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All that glitters… in Berlin

16 September 2017

The third Dressing the Early Modern Network conference, “All That Glitters…”: Visual Representations of Dress in the Early Modern and the Boundaries of Reliability was organised in Berlin on 14-15 September 2017. Refashioning Renaissance team, strengthened with our fresh doctoral candidate Anne-Kristine Sindvald Larsen, took part of the conference, which was held at Kunstgewerbemuseum. The conference catered a wide range of interesting papers that gave an opportunity to learn and reflect.

Kunstgewerbemuseum and the adjunct Lipperheidesche Kostümbibliothek offered an ideal setting for the conference. The Kunstgewerbemuseum houses an extensive collection of tapestries and a dress collection from 18th century to present day, and it was a pleasure to get to know the collection on the intermissions of the conference. Lipperheidesche Kostümbibliothek consists of a wonderful collection of original source documents and secondary literature on clothing and fashion by Franz and Frieda Lipperheide.

Paula Hohti introducing Jane Malcolm-Davies.

The papers presented during the conference examined different aspects of visual representations of dress and brought forward intriguing questions and new approaches. Themes varied from the interpretation and reliability of visual images as source to case studies of specific garments, as well as depictions of the others. Our Principal Investigator, Professor Paula Hohti had a pleasure to chair a session that examined interestingly the different aspects of visual representations and how they can be challenged by new research that cross-references different sources. Dr. Jane-Malcolm Davies, who is going to be working in the Refashioning the Renaissance project as a Post-Doctoral Researcher, presented some of her research on knitted caps, and the felting process that was used on wool to mimic velvet. More information on Jane’s Knitting in Early Modern Europe can be found here.

Some examples of fulled caps presented by Jane-Malcolm Davies.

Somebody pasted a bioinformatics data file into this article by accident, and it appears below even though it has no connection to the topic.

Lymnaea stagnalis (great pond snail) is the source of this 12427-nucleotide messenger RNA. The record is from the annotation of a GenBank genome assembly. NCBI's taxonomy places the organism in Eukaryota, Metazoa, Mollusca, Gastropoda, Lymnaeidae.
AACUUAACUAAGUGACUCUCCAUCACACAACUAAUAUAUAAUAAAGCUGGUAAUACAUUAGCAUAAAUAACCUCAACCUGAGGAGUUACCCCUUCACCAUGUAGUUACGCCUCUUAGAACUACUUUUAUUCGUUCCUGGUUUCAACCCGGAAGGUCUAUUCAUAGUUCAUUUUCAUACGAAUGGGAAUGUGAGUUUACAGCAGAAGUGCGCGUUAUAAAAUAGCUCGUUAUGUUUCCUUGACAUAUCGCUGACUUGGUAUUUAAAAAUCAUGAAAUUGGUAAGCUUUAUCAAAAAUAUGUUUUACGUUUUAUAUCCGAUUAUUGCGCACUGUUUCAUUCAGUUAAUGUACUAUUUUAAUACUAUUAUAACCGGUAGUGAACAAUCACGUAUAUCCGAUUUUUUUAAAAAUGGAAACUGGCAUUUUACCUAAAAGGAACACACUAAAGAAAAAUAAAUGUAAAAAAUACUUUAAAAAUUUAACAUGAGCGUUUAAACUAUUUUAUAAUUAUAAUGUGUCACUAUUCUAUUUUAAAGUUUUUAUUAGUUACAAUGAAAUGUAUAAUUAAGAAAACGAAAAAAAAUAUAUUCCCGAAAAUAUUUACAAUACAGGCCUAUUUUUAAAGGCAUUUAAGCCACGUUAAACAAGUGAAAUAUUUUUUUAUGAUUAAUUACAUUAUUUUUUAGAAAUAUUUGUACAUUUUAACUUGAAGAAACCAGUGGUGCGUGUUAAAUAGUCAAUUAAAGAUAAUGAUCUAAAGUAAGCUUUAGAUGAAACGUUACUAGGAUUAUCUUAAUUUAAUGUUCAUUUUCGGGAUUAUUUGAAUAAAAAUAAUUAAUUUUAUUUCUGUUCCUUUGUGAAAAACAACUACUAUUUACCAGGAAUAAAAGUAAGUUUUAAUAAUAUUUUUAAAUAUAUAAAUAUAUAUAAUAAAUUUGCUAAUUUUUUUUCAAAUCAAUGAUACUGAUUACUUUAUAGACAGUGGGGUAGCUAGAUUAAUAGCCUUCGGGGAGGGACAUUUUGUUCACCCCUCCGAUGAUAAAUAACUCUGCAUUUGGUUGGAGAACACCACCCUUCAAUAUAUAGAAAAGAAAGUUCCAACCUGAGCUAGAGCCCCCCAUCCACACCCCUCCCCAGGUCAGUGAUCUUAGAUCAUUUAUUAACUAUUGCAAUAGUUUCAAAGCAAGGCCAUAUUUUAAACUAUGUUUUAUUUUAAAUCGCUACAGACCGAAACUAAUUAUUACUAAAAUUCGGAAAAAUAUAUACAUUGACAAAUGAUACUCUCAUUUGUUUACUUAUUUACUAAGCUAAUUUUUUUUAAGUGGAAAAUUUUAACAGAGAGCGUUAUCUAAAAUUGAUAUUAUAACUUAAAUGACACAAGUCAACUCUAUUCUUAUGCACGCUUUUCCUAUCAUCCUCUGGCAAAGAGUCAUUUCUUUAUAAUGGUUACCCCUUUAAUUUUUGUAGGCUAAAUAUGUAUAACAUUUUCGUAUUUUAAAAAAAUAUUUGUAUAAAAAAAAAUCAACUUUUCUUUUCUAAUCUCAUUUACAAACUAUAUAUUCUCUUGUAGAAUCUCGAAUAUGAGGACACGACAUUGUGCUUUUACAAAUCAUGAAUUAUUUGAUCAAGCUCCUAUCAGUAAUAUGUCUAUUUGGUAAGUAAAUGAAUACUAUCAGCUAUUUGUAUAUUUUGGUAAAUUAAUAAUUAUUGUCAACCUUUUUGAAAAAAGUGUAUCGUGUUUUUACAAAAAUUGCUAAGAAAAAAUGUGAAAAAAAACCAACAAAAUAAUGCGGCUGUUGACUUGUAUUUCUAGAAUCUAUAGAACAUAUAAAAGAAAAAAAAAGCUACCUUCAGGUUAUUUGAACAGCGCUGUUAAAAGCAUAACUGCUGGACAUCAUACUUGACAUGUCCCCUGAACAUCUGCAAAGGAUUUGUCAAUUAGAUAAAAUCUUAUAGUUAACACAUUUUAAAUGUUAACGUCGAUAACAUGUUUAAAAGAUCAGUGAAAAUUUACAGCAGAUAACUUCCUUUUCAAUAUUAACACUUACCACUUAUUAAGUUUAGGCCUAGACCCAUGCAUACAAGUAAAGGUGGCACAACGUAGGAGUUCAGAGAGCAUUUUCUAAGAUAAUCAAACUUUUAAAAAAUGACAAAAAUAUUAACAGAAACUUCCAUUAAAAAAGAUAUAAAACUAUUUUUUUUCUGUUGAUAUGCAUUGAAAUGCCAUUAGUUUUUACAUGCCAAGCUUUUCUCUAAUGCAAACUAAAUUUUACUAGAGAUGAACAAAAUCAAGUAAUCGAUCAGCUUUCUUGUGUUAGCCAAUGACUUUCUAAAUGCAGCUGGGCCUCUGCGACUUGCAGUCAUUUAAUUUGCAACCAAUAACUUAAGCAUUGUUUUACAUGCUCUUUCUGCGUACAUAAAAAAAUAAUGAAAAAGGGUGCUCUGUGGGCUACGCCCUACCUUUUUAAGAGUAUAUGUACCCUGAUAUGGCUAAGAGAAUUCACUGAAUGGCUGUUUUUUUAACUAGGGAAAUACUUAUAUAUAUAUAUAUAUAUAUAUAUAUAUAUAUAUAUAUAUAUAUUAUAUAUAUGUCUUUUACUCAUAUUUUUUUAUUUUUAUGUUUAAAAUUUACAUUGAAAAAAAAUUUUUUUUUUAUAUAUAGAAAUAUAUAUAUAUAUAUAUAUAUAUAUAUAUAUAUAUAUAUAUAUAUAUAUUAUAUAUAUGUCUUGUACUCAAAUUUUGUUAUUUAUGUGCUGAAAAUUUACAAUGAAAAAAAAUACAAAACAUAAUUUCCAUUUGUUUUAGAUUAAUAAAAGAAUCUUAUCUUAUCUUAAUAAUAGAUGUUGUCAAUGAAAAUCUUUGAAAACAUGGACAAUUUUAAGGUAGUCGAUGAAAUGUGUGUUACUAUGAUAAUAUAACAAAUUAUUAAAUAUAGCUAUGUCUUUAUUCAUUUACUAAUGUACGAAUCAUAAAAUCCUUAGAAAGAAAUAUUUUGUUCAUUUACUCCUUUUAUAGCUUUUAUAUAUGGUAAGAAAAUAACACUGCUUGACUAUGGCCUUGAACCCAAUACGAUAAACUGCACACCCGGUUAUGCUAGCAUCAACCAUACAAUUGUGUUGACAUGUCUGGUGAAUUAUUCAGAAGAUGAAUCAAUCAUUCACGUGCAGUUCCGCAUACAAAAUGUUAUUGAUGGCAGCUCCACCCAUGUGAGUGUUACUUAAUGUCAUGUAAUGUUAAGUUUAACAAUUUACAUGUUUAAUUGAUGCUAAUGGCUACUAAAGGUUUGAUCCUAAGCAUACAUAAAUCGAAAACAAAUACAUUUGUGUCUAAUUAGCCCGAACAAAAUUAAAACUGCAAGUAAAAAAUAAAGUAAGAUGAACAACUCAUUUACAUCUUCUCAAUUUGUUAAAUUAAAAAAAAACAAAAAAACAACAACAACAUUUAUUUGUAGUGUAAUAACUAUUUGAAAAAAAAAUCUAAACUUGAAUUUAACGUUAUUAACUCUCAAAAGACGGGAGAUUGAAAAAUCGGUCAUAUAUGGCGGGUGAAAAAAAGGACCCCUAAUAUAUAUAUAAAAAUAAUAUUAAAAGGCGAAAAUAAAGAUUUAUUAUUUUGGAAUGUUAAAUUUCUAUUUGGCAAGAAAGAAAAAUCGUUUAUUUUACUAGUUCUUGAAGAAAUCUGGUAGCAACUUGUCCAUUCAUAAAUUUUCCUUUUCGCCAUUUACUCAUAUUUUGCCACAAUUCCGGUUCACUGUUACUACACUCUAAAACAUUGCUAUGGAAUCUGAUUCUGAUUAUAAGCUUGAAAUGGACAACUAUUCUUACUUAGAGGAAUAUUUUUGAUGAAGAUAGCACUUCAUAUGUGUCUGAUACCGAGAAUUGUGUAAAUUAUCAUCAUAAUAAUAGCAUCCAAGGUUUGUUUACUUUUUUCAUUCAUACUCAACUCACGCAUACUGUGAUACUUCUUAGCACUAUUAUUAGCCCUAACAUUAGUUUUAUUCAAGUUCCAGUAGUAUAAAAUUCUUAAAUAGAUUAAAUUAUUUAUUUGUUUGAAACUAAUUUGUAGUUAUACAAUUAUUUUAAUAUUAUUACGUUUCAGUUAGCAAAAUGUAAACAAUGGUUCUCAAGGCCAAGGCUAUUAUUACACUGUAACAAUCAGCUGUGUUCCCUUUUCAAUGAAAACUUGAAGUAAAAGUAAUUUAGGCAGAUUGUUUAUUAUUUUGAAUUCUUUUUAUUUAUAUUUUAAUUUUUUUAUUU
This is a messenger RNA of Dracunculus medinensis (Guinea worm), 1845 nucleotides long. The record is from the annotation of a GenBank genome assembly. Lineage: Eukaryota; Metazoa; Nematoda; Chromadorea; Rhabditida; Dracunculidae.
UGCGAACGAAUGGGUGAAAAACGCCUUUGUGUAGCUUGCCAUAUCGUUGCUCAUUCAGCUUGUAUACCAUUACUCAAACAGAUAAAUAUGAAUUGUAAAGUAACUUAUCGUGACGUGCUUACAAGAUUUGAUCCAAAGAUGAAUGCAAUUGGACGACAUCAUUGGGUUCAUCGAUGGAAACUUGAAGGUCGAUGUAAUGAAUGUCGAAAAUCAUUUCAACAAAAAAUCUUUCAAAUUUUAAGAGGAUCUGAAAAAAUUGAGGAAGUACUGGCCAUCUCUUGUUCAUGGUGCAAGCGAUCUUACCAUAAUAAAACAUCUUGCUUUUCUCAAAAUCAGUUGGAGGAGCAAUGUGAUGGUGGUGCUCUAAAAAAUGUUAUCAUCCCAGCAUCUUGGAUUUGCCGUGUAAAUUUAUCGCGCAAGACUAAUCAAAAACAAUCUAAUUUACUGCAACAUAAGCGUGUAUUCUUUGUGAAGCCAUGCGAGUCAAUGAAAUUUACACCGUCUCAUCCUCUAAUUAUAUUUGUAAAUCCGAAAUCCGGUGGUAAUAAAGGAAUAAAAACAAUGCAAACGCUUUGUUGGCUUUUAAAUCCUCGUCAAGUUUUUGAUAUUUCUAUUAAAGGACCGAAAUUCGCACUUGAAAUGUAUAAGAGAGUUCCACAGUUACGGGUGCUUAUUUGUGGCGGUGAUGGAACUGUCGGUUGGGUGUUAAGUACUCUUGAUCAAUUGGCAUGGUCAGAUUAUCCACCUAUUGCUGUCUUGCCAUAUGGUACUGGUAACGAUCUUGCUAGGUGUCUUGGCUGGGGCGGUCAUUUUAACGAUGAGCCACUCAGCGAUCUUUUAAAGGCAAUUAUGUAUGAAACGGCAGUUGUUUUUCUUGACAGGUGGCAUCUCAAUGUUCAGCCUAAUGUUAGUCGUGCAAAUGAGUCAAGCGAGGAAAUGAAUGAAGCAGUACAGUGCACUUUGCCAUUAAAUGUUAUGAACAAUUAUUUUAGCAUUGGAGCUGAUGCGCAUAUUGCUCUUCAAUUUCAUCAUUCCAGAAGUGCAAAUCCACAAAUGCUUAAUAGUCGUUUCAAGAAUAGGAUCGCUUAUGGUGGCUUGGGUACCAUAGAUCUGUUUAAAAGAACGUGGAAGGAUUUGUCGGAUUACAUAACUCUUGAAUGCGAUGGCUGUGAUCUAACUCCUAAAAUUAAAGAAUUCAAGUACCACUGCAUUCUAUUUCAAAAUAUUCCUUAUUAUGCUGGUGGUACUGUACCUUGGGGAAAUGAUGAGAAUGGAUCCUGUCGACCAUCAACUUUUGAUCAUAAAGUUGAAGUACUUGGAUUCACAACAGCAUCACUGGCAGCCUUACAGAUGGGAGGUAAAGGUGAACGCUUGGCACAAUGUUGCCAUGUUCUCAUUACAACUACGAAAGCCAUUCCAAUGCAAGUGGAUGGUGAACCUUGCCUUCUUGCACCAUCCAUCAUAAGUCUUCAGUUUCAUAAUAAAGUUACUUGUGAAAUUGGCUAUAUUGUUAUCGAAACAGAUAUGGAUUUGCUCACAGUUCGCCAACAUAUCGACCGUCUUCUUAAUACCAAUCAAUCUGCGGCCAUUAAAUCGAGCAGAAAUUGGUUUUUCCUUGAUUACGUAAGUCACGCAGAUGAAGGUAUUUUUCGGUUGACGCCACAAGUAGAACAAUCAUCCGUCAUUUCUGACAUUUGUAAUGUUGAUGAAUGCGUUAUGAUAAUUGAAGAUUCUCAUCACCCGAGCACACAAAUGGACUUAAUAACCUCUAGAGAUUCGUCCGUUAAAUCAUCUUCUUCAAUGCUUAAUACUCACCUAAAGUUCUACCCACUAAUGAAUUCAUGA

Our growing team, who now met for the first time, thoroughly enjoyed the stimulating discussions, the chances to connect with other scholars, and the sunny Berlin.

Archival Research launched in Italy

State Archive of Siena

The State archive of Siena is located in the Palazzo Piccolomini, by the beautiful central square, the Piazza del Campo. It contains thousands of files that document the economic, political, social and artistic life of the city. Among them are treasured examples, such as the last will and testament of Boccaccio and the breath-taking painted medieval Biccherna tablets, which are on display at the archive’s museum (Museo delle Biccherne). I have been working in this archive for years, but this time I returned with a new goal, to carry out systematic research in dress, clothing and fashion across household inventories in 1550-1650. Together with our new research assistant, Stefania Montemezzo, we are on a mission to find out how ordinary Italians’ fashion changed in this period, and what were the key agents of fashion change at the lower social levels in Siena, Florence and Venice!

Records at the State Archive of Siena.

I also visited some sites that were connected with Renaissance artisans, such as the narrow street, Vicolo del Bargello, that leads out of the Piazza del Campo. This is where one of my Renaissance shoemakers, Giovanni di Domenico, held his shoeshop in 1550s. 

Vicolo del Bargello.

Photos: Paula Hohti

ERC Funded Project Refashioning the Renaissance Launches

5 April 2017

Plaque at the European Research Council Office in Brussels.

European Research Council has awarded professor Paula Hohti a 2 million euro ERC Consolidator Grant for her project Refashioning the Renaissance: Popular Groups, Fashion and the Material and Cultural Significance of Clothing in Europe 1550-1650. The project runs from April 2017 to March 2022, and will investigate the meaning and spread of western fashion in 17th century Europe.

‘We will develop hand-on methods in which we will work in many different ways with the textile samples’. Using manuals preserved from the 16th century, we have access to the textile manufacturing recipes of that time and we can reconstruct them now and see, for example, what the weaving of the fabric meant in practice,’ explains Professor Hohti.

Read more about the project from our About and Media pages.